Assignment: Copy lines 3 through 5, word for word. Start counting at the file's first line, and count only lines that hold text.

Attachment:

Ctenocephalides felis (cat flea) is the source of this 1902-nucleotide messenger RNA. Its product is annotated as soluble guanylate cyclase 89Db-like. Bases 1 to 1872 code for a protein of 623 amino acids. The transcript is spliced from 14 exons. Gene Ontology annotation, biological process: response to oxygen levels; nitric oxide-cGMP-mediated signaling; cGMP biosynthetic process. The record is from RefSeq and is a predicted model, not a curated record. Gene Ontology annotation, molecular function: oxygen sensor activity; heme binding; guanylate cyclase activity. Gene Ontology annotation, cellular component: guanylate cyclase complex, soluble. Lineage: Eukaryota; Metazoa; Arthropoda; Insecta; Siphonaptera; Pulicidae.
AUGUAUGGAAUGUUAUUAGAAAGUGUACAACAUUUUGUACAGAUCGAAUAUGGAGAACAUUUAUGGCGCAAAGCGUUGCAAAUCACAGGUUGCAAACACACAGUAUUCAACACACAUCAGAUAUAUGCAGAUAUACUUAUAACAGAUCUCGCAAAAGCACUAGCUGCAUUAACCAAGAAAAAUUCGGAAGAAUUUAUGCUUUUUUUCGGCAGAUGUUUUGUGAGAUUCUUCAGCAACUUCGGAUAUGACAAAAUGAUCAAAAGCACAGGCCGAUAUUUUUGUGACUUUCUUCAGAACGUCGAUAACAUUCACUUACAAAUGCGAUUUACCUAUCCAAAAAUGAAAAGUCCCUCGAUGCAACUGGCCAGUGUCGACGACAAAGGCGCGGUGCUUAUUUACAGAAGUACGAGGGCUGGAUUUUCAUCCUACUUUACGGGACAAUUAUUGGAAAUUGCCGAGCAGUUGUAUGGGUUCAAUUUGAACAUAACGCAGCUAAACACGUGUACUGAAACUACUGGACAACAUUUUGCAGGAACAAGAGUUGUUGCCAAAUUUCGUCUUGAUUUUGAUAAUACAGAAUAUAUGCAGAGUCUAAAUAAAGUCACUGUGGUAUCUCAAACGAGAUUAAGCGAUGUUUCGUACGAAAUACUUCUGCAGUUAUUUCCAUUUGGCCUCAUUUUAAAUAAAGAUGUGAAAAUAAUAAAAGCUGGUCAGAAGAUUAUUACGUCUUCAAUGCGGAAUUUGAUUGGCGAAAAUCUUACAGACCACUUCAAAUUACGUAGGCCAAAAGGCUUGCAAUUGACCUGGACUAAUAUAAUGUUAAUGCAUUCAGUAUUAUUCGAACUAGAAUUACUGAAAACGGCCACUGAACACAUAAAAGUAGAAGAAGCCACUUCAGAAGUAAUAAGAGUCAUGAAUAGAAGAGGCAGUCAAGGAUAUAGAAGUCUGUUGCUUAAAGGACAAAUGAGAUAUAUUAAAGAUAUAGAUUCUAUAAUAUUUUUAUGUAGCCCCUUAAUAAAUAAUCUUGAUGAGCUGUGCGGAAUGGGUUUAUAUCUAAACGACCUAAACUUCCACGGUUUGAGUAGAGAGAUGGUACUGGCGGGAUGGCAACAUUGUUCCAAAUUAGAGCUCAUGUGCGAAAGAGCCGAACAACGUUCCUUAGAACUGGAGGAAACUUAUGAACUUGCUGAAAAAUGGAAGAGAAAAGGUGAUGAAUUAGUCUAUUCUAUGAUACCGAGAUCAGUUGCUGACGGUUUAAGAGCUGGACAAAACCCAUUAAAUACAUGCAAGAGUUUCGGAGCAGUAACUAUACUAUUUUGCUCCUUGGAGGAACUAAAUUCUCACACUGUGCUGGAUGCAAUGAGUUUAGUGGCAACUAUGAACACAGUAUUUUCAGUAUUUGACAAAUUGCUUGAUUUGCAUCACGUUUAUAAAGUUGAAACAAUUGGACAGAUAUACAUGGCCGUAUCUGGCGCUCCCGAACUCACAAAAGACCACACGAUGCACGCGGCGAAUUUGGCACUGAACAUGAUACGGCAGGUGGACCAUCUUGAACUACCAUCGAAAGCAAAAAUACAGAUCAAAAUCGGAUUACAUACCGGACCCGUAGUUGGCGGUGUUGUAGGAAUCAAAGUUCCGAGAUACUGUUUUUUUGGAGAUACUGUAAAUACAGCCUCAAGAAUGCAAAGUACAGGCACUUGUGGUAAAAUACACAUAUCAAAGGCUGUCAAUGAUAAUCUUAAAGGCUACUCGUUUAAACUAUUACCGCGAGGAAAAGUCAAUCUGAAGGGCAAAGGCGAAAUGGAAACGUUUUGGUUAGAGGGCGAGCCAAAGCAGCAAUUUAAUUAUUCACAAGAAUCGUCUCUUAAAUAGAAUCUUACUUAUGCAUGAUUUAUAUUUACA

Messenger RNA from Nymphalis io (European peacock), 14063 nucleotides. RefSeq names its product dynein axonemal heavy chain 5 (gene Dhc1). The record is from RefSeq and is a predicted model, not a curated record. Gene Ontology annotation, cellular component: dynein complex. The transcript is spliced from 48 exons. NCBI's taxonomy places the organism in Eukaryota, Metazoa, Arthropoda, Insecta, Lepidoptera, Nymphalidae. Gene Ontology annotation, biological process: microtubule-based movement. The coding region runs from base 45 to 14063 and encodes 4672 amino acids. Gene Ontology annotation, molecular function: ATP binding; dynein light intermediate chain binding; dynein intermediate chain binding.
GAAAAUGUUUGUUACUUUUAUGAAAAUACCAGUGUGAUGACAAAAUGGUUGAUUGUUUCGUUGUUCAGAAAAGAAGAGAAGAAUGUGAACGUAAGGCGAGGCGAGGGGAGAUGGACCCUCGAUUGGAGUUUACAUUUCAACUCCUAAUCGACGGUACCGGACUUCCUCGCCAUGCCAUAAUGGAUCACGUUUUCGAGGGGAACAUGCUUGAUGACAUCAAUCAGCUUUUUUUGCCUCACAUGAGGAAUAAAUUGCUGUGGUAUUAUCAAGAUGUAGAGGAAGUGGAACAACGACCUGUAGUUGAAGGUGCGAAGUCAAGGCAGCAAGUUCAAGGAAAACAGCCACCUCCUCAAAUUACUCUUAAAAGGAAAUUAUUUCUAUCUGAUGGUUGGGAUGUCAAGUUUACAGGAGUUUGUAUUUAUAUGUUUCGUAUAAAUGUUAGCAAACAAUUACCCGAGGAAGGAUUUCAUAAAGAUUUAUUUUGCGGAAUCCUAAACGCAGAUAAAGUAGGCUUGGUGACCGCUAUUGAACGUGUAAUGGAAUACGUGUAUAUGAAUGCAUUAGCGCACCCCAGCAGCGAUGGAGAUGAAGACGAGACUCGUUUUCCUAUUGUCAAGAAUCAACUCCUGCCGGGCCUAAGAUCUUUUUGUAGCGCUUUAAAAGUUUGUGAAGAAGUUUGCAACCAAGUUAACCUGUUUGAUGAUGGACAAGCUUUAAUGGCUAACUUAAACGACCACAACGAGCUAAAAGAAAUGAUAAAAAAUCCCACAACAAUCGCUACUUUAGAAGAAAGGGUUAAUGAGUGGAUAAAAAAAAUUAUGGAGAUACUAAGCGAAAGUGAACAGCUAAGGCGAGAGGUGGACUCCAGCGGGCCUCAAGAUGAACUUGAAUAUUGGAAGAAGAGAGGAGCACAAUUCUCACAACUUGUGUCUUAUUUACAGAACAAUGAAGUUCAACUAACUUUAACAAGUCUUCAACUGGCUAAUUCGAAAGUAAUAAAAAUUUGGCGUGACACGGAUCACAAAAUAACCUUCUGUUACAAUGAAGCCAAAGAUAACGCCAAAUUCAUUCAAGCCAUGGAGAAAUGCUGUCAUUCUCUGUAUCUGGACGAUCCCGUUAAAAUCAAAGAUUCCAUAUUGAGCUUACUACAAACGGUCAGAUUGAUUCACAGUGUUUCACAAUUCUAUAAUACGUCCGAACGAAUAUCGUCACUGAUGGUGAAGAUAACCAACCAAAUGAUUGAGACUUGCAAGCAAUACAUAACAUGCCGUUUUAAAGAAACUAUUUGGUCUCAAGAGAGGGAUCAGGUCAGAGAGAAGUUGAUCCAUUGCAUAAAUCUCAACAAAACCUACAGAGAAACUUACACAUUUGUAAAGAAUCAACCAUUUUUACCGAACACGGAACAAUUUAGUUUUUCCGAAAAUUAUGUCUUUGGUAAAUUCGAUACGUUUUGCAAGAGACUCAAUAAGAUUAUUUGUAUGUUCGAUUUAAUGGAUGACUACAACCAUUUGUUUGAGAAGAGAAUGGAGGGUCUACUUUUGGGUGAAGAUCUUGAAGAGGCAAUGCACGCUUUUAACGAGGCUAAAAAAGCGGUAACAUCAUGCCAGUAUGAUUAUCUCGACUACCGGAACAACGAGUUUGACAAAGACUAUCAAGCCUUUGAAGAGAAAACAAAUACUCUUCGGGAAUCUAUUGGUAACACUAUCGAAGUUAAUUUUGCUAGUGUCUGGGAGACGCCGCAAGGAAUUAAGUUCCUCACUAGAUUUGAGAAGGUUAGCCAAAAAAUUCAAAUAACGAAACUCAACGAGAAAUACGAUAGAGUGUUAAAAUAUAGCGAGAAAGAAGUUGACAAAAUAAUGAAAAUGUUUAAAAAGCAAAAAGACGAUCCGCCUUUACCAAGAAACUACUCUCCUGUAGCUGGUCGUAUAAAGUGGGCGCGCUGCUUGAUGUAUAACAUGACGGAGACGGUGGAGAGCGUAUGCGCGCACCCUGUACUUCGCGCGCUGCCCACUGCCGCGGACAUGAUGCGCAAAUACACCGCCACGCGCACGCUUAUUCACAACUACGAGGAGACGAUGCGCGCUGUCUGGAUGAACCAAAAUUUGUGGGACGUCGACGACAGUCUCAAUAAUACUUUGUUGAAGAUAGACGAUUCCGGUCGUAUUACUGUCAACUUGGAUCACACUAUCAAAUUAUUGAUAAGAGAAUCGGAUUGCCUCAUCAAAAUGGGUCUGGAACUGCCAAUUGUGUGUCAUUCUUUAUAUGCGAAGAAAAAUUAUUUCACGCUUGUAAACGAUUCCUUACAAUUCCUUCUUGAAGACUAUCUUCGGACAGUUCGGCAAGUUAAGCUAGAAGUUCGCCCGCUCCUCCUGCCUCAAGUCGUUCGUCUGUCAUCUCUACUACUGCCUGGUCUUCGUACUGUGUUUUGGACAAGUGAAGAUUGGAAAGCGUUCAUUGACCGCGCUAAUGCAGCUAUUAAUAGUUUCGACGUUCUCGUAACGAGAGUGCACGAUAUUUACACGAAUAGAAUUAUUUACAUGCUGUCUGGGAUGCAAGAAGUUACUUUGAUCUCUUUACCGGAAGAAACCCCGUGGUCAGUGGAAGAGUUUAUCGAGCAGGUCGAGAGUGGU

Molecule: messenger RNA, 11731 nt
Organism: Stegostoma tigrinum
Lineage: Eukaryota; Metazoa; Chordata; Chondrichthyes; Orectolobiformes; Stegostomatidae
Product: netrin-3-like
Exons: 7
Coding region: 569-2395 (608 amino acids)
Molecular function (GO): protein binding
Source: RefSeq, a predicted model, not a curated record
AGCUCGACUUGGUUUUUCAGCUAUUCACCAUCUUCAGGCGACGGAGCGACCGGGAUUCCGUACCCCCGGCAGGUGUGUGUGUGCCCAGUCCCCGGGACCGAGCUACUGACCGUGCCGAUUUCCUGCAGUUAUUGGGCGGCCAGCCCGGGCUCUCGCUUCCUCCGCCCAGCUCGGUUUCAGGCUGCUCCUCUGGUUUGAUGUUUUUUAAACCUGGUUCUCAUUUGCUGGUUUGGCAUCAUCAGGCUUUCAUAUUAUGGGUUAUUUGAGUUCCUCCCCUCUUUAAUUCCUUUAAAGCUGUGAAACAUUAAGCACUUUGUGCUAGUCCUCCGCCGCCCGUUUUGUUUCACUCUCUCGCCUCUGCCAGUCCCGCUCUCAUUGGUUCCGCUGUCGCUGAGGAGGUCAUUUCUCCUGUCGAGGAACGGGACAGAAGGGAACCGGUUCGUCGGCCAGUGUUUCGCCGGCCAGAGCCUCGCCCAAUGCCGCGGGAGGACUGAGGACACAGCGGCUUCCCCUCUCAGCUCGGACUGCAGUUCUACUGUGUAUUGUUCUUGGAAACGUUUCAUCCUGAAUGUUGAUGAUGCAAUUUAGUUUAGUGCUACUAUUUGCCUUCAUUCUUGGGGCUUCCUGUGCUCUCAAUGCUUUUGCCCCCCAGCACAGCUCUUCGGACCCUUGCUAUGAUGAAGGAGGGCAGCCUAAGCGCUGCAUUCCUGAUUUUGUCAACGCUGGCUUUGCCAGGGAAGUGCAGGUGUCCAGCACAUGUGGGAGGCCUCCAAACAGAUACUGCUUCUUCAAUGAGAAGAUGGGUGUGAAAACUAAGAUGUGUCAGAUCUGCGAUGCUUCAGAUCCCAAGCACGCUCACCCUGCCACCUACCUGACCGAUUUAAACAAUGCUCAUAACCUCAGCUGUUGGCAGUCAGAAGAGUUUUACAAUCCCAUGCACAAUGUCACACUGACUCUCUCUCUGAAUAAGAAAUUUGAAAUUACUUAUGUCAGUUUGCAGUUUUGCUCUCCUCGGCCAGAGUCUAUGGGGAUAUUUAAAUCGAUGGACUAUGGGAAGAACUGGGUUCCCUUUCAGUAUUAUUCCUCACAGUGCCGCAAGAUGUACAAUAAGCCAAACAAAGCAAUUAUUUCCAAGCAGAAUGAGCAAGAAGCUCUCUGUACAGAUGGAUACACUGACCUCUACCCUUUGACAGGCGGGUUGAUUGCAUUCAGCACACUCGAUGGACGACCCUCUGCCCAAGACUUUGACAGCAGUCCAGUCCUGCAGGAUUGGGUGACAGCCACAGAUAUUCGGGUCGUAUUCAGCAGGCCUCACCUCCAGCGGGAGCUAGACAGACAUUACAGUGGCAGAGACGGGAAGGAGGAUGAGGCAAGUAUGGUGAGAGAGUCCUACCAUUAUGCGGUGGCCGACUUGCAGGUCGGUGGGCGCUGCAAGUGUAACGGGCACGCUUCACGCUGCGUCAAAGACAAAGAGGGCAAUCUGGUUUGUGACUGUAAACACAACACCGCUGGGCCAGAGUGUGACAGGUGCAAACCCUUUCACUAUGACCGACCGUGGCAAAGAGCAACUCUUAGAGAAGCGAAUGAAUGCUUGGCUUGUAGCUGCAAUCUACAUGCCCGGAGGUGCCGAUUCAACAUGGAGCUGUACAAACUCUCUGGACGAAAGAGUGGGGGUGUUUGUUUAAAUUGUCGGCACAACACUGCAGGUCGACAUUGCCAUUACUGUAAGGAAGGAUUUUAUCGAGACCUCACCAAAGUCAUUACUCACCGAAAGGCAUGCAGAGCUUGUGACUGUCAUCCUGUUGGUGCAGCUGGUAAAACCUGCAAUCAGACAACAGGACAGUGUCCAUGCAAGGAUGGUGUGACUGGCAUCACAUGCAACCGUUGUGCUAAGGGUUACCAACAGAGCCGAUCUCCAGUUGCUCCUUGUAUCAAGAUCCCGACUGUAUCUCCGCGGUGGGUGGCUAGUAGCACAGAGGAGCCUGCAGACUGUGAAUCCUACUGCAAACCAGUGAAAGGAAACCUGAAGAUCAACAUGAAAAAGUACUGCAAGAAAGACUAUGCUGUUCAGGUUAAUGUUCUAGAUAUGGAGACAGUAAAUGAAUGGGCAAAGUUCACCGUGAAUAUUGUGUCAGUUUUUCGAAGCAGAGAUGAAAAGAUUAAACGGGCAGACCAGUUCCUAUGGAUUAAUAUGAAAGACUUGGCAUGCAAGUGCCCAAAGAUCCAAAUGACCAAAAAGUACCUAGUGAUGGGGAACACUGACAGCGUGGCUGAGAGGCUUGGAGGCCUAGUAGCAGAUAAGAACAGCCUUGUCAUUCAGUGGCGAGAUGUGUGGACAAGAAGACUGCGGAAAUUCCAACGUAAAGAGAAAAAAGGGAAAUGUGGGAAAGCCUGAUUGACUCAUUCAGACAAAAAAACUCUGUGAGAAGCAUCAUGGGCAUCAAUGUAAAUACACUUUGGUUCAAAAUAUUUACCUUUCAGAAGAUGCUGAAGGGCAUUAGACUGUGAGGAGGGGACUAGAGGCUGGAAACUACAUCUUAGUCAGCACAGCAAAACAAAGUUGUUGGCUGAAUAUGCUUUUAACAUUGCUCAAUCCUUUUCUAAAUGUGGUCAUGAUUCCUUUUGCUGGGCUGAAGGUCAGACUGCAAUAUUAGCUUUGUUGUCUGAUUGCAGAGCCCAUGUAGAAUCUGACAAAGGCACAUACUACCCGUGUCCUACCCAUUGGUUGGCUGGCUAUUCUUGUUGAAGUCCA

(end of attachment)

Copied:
Messenger RNA from Nymphalis io (European peacock), 14063 nucleotides. RefSeq names its product dynein axonemal heavy chain 5 (gene Dhc1). The record is from RefSeq and is a predicted model, not a curated record. Gene Ontology annotation, cellular component: dynein complex. The transcript is spliced from 48 exons. NCBI's taxonomy places the organism in Eukaryota, Metazoa, Arthropoda, Insecta, Lepidoptera, Nymphalidae. Gene Ontology annotation, biological process: microtubule-based movement. The coding region runs from base 45 to 14063 and encodes 4672 amino acids. Gene Ontology annotation, molecular function: ATP binding; dynein light intermediate chain binding; dynein intermediate chain binding.
GAAAAUGUUUGUUACUUUUAUGAAAAUACCAGUGUGAUGACAAAAUGGUUGAUUGUUUCGUUGUUCAGAAAAGAAGAGAAGAAUGUGAACGUAAGGCGAGGCGAGGGGAGAUGGACCCUCGAUUGGAGUUUACAUUUCAACUCCUAAUCGACGGUACCGGACUUCCUCGCCAUGCCAUAAUGGAUCACGUUUUCGAGGGGAACAUGCUUGAUGACAUCAAUCAGCUUUUUUUGCCUCACAUGAGGAAUAAAUUGCUGUGGUAUUAUCAAGAUGUAGAGGAAGUGGAACAACGACCUGUAGUUGAAGGUGCGAAGUCAAGGCAGCAAGUUCAAGGAAAACAGCCACCUCCUCAAAUUACUCUUAAAAGGAAAUUAUUUCUAUCUGAUGGUUGGGAUGUCAAGUUUACAGGAGUUUGUAUUUAUAUGUUUCGUAUAAAUGUUAGCAAACAAUUACCCGAGGAAGGAUUUCAUAAAGAUUUAUUUUGCGGAAUCCUAAACGCAGAUAAAGUAGGCUUGGUGACCGCUAUUGAACGUGUAAUGGAAUACGUGUAUAUGAAUGCAUUAGCGCACCCCAGCAGCGAUGGAGAUGAAGACGAGACUCGUUUUCCUAUUGUCAAGAAUCAACUCCUGCCGGGCCUAAGAUCUUUUUGUAGCGCUUUAAAAGUUUGUGAAGAAGUUUGCAACCAAGUUAACCUGUUUGAUGAUGGACAAGCUUUAAUGGCUAACUUAAACGACCACAACGAGCUAAAAGAAAUGAUAAAAAAUCCCACAACAAUCGCUACUUUAGAAGAAAGGGUUAAUGAGUGGAUAAAAAAAAUUAUGGAGAUACUAAGCGAAAGUGAACAGCUAAGGCGAGAGGUGGACUCCAGCGGGCCUCAAGAUGAACUUGAAUAUUGGAAGAAGAGAGGAGCACAAUUCUCACAACUUGUGUCUUAUUUACAGAACAAUGAAGUUCAACUAACUUUAACAAGUCUUCAACUGGCUAAUUCGAAAGUAAUAAAAAUUUGGCGUGACACGGAUCACAAAAUAACCUUCUGUUACAAUGAAGCCAAAGAUAACGCCAAAUUCAUUCAAGCCAUGGAGAAAUGCUGUCAUUCUCUGUAUCUGGACGAUCCCGUUAAAAUCAAAGAUUCCAUAUUGAGCUUACUACAAACGGUCAGAUUGAUUCACAGUGUUUCACAAUUCUAUAAUACGUCCGAACGAAUAUCGUCACUGAUGGUGAAGAUAACCAACCAAAUGAUUGAGACUUGCAAGCAAUACAUAACAUGCCGUUUUAAAGAAACUAUUUGGUCUCAAGAGAGGGAUCAGGUCAGAGAGAAGUUGAUCCAUUGCAUAAAUCUCAACAAAACCUACAGAGAAACUUACACAUUUGUAAAGAAUCAACCAUUUUUACCGAACACGGAACAAUUUAGUUUUUCCGAAAAUUAUGUCUUUGGUAAAUUCGAUACGUUUUGCAAGAGACUCAAUAAGAUUAUUUGUAUGUUCGAUUUAAUGGAUGACUACAACCAUUUGUUUGAGAAGAGAAUGGAGGGUCUACUUUUGGGUGAAGAUCUUGAAGAGGCAAUGCACGCUUUUAACGAGGCUAAAAAAGCGGUAACAUCAUGCCAGUAUGAUUAUCUCGACUACCGGAACAACGAGUUUGACAAAGACUAUCAAGCCUUUGAAGAGAAAACAAAUACUCUUCGGGAAUCUAUUGGUAACACUAUCGAAGUUAAUUUUGCUAGUGUCUGGGAGACGCCGCAAGGAAUUAAGUUCCUCACUAGAUUUGAGAAGGUUAGCCAAAAAAUUCAAAUAACGAAACUCAACGAGAAAUACGAUAGAGUGUUAAAAUAUAGCGAGAAAGAAGUUGACAAAAUAAUGAAAAUGUUUAAAAAGCAAAAAGACGAUCCGCCUUUACCAAGAAACUACUCUCCUGUAGCUGGUCGUAUAAAGUGGGCGCGCUGCUUGAUGUAUAACAUGACGGAGACGGUGGAGAGCGUAUGCGCGCACCCUGUACUUCGCGCGCUGCCCACUGCCGCGGACAUGAUGCGCAAAUACACCGCCACGCGCACGCUUAUUCACAACUACGAGGAGACGAUGCGCGCUGUCUGGAUGAACCAAAAUUUGUGGGACGUCGACGACAGUCUCAAUAAUACUUUGUUGAAGAUAGACGAUUCCGGUCGUAUUACUGUCAACUUGGAUCACACUAUCAAAUUAUUGAUAAGAGAAUCGGAUUGCCUCAUCAAAAUGGGUCUGGAACUGCCAAUUGUGUGUCAUUCUUUAUAUGCGAAGAAAAAUUAUUUCACGCUUGUAAACGAUUCCUUACAAUUCCUUCUUGAAGACUAUCUUCGGACAGUUCGGCAAGUUAAGCUAGAAGUUCGCCCGCUCCUCCUGCCUCAAGUCGUUCGUCUGUCAUCUCUACUACUGCCUGGUCUUCGUACUGUGUUUUGGACAAGUGAAGAUUGGAAAGCGUUCAUUGACCGCGCUAAUGCAGCUAUUAAUAGUUUCGACGUUCUCGUAACGAGAGUGCACGAUAUUUACACGAAUAGAAUUAUUUACAUGCUGUCUGGGAUGCAAGAAGUUACUUUGAUCUCUUUACCGGAAGAAACCCCGUGGUCAGUGGAAGAGUUUAUCGAGCAGGUCGAGAGUGGU

Molecule: messenger RNA, 11731 nt